Recipe 1.4. Changing Which Master Page Is Used Without Modifying All Affected Application Pages


Problem

You want to use the same master page for all pages in a section of your application, but you want the ability to change which master page is used without having to modify all of the affected pages, something you cannot do with the more traditional master/content page approaches described in the previous recipes in this chapter.

Solution

Implicitly assign a master page to a content page as follows:

  1. Create a new folder within your application.

  2. Create the master page your application will be using.

  3. Place all pages that will be using the master page in the folder.

  4. Create a web.config file that contains a <pages> element with the masterPageFile attribute set to the name of the .master file and place it in the folder.

Example 1-5 shows the web.config file used to set the master page implicitly, and Examples 1-6 and 1-7 show the .master and .aspx files for our example.

Discussion

In some applications, it is desirable to use the same master page for a large number of content pages and, at the same time, to be able to change to another master page without having to edit all of the pages in the application. ASP.NET 2.0 provides the ability to assign the master page implicitly to content pages by using the new masterPageFile attribute of the <pages> element in the web.config file. Setting the masterPageFile attribute to the name of a .master file assigns the master page to all content pages in the folder where the web.config file is located. This assigns the master page to all content pages in all subfolders unless another web.config file in a subfolder overrides the setting.

ASP.NET provides a lot of flexibility when using this approach. Any content page can still explicitly set the MasterPageFile attribute in the @ Page directive, as described in Recipe 1.1, which will override the setting in the web.config file. This is convenient when you have a small number of pages that need to be handled differently; however, this can become confusing when the assignment of a master page is changed in the web.config file and the developer is expecting it to affect all pages.

Implicitly assigning a master page using this approach will not work for nested master pages. If a nested master page is included without explicitly setting the MasterPageFile attribute of the @ Master directive, you will get an error indicating that content controls are only allowed in pages that reference a master page.


In our example, we have created a new folder and placed in it the web.config file shown in Example 1-5 along with the .master and .aspx files shown in Example 1-6 and Example 1-7. The primary difference between this example and the example shown in Recipe 1.1 is the removal of the MasterPageFile attribute from the @ Page directive of the content page and the presence of the web.config file.

Using this approach can cause problems referencing images and stylesheets. This is particularly an issue if a master page uses images, is located in the root directory, and is then used in a subfolder. The page is rendered using the path to the subfolder resulting in the URL for images pointing to the subfolder. If the images exist only in the root folder, the images referenced by the master page will not be displayed.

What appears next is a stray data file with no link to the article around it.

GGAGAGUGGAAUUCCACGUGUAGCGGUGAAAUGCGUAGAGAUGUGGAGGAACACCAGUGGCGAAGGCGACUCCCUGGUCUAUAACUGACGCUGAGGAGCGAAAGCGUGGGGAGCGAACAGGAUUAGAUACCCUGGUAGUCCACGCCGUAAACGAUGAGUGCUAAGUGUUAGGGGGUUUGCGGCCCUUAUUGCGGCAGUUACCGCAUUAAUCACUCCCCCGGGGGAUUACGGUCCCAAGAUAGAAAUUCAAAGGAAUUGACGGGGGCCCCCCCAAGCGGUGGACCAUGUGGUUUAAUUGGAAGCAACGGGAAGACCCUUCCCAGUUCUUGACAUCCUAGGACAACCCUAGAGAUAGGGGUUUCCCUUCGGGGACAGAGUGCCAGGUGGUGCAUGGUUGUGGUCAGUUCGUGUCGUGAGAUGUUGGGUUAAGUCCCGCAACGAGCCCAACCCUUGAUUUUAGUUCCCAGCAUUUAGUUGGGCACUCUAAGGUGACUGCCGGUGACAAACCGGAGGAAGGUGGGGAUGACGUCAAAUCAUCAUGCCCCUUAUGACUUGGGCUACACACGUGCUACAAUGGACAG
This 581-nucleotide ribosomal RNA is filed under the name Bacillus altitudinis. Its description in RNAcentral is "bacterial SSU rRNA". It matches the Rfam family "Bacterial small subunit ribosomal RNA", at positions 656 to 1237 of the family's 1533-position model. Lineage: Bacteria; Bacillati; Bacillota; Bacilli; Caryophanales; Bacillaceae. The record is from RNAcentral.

See Also

Recipes 1.1 and 1.2

Example 1-5. web.config file for implicitly assigning a master page to a content page

 <?xml version="1.0" ?>  <configuration>       <system.web>           <pages masterPageFile="~/CH01AttachMaster/ASPNetCookbookVB.master" />      </system.web>  </configuration> 

Example 1-6. Implicitly assigning a master page to a content page (.master)

 <%@ Master Language="VB"     AutoEventWireup="false" %>  <!DOCTYPE html PUBLIC "-//W3C//DTD XHTML 1.1//EN"              "http://www.w3.org/TR/xhtml11/DTD/xhtml11.dtd">  <html xmlns="http://www.w3.org/1999/xhtml" >  <head  runat="server">      <title>ASP.NET Cookbook 2nd Edition</title>  <link rel="Stylesheet" href="../css/ASPNetCookbook.css" />  </head>  <body>      <form  runat="server">           <div align="center" >                <img src="/books/1/505/1/html/2/../images/ASPNETCookbookHeading_blue.gif" />           </div>           <div>                <asp:ContentPlaceHolder  Runat="server" >                     <div align="center">                           <br />                           <br />                           <h4>Default Content Displayed When No Content Is Provided In                                    Content Pages</h4>                     </div>                </asp:ContentPlaceHolder>           </div>      </form>  </body>  </html> 

Example 1-7. Implicitly assigning a master page to a content page (.aspx)

 <%@ Page Language="VB"    AutoEventWireup="false"    title="Attaching Master Pages Using Web.Config" %>  <asp:Content  ContentPlaceHolder Runat="Server">      <div align="center" >           Attaching Master Pages Using Web.Config (VB)      </div>  <br />  <p align="center">The content for your pages is placed here.</p>  </asp:Content> 



ASP. NET Cookbook
ASP.Net 2.0 Cookbook (Cookbooks (OReilly))
ISBN: 0596100647
EAN: 2147483647
Year: 2003
Pages: 202

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